星期三, 5月 27, 2009
Shoelace lock (to be bought in SG)
Nike dryfit socks
Under Armour tights
Nathan fuel belt
Casio sport watch
Endurox x 3 servings (1 scoop each)
Pocari Sweat powder x 4 sachets (200ml each)
GU Gels x 5
GU Electrolytes supplement x 2 sachets (600ml each)
Red Bull x 2
Pre/Post Race Supplements
Berroca Vitamin C
星期二, 5月 26, 2009
星期日, 5月 24, 2009
冒险三部曲的Dream it. Plan it. Do it.
星期三, 5月 20, 2009
Running The Sahara
Finally the movie (documentary) is available and is on the screen NOW in Taipei. Kevin's book regarding this Running The Sahara is also available in Taiwan, but not sure in Malaysia.
About the Run
These last days of the expedition were emblematic of the entire expedition, with highs and lows, camaraderie and solitude, and encounters with both the natural wonders and teeming societies of Africa. Over their quest, the runners learned that it was necessary for them and their team to avoid fighting against the elements served up by the Sahara, because the immeasurable power of the continent will always win out. Instead, they learned how to adapt to their climate and surroundings as best they could, in order to make the steady progress that each of the 111 days required of their minds and bodies. Thus, they were able to save their energy for their physical achievement, which led to success as measured by their achievement and the depth of their experience.
Whether it was encounters with the Tuaregs of Niger or running through the wondrous Pyramids of Giza, the experiences endure. The children that received them with shouts of greeting and ran alongside them refreshed and renewed their vigor in every country. The lands they visited mixed natural beauty with the harshest living conditions: from the solitude of the Tenere Desert to the bustling heat of Dakar, Senegal, and the overwhelming crush of Cairo, Africa's largest metropolis. Every location along the way provided its own challenge and held a unique reward for the three explorers and their team.
And now the expedition has concluded.
Incredible, but true.
More than ever, the runners and their team are committed to the land and people they visited. The international media has turned its eye to the expedition's achievement, including the attention and support that they are bringing to the water crisis in Africa through H2O Africa. This fall, the film Running the Sahara will premiere to tell the story of this unprecedented quest. Until then, come back to this site to see more about the runners' story.
星期二, 5月 19, 2009
星期一, 5月 18, 2009
星期二, 5月 12, 2009
I think I was misunderstood the question of Yeh Ern when he was asking me if compared to Mt. Kinabalu. The correct meaning should be: to EBC, it takes 2 weeks, to KK, it takes 2 days; this is the comparison I meant, the duration not the difficulty level.
So sorry about that and I don't mean to offend Mt. KK and my great outdoorers.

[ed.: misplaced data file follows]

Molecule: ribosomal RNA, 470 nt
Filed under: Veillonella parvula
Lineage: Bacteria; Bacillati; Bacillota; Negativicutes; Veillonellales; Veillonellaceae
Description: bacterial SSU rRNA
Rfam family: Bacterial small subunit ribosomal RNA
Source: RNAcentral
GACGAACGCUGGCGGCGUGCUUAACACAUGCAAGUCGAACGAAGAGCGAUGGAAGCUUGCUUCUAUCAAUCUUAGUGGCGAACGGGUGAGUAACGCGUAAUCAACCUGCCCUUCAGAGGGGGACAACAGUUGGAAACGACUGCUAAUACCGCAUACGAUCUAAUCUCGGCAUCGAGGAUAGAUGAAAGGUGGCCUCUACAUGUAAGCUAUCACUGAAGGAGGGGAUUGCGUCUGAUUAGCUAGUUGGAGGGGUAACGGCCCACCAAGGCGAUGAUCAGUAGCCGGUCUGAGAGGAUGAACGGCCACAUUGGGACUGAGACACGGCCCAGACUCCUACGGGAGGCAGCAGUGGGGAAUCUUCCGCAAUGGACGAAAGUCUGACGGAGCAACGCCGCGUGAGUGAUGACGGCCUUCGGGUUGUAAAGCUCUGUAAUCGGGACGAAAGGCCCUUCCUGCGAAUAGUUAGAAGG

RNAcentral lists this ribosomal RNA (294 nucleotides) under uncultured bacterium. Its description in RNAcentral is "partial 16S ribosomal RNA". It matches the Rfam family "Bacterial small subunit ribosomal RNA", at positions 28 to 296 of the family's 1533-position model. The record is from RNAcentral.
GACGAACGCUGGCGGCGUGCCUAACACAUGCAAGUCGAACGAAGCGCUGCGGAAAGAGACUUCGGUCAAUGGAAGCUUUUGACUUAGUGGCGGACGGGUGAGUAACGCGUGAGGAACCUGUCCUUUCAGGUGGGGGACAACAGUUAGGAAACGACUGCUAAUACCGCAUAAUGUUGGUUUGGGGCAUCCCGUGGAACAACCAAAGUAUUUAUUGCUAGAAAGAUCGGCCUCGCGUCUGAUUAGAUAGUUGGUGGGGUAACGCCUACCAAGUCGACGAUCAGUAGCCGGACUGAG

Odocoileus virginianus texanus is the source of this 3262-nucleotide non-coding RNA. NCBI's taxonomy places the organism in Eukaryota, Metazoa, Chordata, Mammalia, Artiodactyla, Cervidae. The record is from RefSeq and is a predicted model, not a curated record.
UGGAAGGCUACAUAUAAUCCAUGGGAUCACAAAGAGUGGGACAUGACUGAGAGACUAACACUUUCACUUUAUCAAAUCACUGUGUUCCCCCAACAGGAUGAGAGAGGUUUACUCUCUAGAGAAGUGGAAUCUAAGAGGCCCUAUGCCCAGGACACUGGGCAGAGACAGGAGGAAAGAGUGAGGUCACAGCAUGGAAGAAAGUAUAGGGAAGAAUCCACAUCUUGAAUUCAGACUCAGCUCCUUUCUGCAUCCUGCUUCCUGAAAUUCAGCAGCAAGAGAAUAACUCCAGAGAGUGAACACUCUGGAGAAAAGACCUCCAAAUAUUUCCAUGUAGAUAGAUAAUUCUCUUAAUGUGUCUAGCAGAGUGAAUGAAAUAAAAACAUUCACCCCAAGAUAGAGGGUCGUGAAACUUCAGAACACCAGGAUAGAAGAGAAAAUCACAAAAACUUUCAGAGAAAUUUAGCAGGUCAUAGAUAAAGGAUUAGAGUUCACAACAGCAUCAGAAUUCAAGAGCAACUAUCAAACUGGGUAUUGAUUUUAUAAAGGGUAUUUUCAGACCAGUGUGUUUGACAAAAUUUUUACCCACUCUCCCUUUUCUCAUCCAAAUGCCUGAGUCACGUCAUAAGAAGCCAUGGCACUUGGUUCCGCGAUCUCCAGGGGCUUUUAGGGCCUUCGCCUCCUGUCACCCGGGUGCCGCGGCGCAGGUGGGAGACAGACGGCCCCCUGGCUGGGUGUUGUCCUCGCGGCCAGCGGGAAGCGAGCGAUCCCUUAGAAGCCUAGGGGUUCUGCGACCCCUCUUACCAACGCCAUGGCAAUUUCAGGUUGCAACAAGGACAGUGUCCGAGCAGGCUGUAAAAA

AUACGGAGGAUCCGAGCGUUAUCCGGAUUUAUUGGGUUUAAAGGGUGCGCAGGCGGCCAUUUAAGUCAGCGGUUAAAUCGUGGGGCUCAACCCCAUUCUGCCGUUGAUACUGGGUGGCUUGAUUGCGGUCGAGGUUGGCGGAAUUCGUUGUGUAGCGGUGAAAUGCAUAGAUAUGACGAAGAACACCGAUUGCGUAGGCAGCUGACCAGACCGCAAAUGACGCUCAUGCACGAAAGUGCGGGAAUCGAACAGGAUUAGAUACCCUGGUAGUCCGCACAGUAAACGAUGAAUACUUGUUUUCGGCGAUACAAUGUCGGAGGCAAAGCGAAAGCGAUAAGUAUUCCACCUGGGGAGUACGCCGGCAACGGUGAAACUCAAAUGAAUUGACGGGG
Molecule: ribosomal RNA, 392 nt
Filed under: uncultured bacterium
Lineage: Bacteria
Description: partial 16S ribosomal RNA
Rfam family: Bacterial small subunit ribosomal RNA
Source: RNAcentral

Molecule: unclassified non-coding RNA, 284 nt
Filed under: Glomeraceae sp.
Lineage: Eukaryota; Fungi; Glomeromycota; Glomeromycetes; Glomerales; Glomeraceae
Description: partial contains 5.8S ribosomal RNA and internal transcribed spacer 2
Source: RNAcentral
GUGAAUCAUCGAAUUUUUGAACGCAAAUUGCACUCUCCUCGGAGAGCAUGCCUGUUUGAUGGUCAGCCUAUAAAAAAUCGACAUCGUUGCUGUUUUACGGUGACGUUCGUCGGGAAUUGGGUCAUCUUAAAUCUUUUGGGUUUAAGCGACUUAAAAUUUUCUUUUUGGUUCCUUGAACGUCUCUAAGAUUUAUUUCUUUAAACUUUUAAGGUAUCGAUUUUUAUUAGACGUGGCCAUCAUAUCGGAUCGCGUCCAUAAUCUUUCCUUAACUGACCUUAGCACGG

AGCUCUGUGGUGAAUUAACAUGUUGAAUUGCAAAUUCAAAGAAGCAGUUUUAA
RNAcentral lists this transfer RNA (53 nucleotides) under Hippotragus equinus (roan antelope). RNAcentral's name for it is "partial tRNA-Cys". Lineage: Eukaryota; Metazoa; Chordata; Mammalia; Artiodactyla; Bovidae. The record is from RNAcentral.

星期一, 5月 11, 2009
by Lim Yeh Ern
CHAN Chui Miew’s obsession with the great outdoors started with some gentle persuasion from well-meaning friends on an innocent cycling trip.
It eventually led her on a journey of self-discovery.
At a time when many of her peers are slowing down due to family commitments, Chan is just warming up in preparation for an upcoming ultra-marathon, training up to 42 kilometres on her “long run” during weekdays.
“Once I have set a goal in any running event, my schedule is just sleeping, eating, working and training. When I don’t set any goal in running events, I go backpacking, touring by bike or trekking,” she said.
Despite having cycled almost the entire country and even to southern Thailand from Alor Setar, her most memorable trip was a solo from Shah Alam to Port Dickson, camping overnight at the beach and back the next day through Sepang.
Her only company was her custom-assembled mountain bike adapted for touring duties which she called Buck. Along the way, she met curious locals, asking the usual questions such as where she’s from and how far she has cycled.
Apart from solo bicycle rides and marathon events, her travels even took her through a month-long solo backpacking trip to Nepal and all the way to the Everest Base Camp.
“I got to explore both Nepalese and Tibetan cultures and see the famous mountains at the Himalaya Range and Everest,” Chan said.
The 5,360-metre hike up to the Everest Base Camp took two weeks.
“The journey inspired me to help the undeveloped region, but I’ve yet to find the chance,” Chan said.
By comparison, the trek up Mount Kinabalu was like a walk in the park, she pointed out. (Ameba note: Actually I've never been to Mt. KK, I don't really mean that... I do respect the Mountain! So please don't misinterpret, same as I'll never say 'I conquered' a mountain)
The 30-year-old data analyst blogs mostly in Mandarin simply because she expresses herself better in the language. Sometimes, she adds entries in English for the benefit of a wider, like-minded audience.
The name of Chan’s blog, Blue Ameba (http://blueameba.blogspot.
com), is derived from her nickname, Ameba, which she explained, brings about a meaning of change while “Blue” describes how she felt when she started her blog.
“Most people I meet during my runs only know me by my nickname,” she said.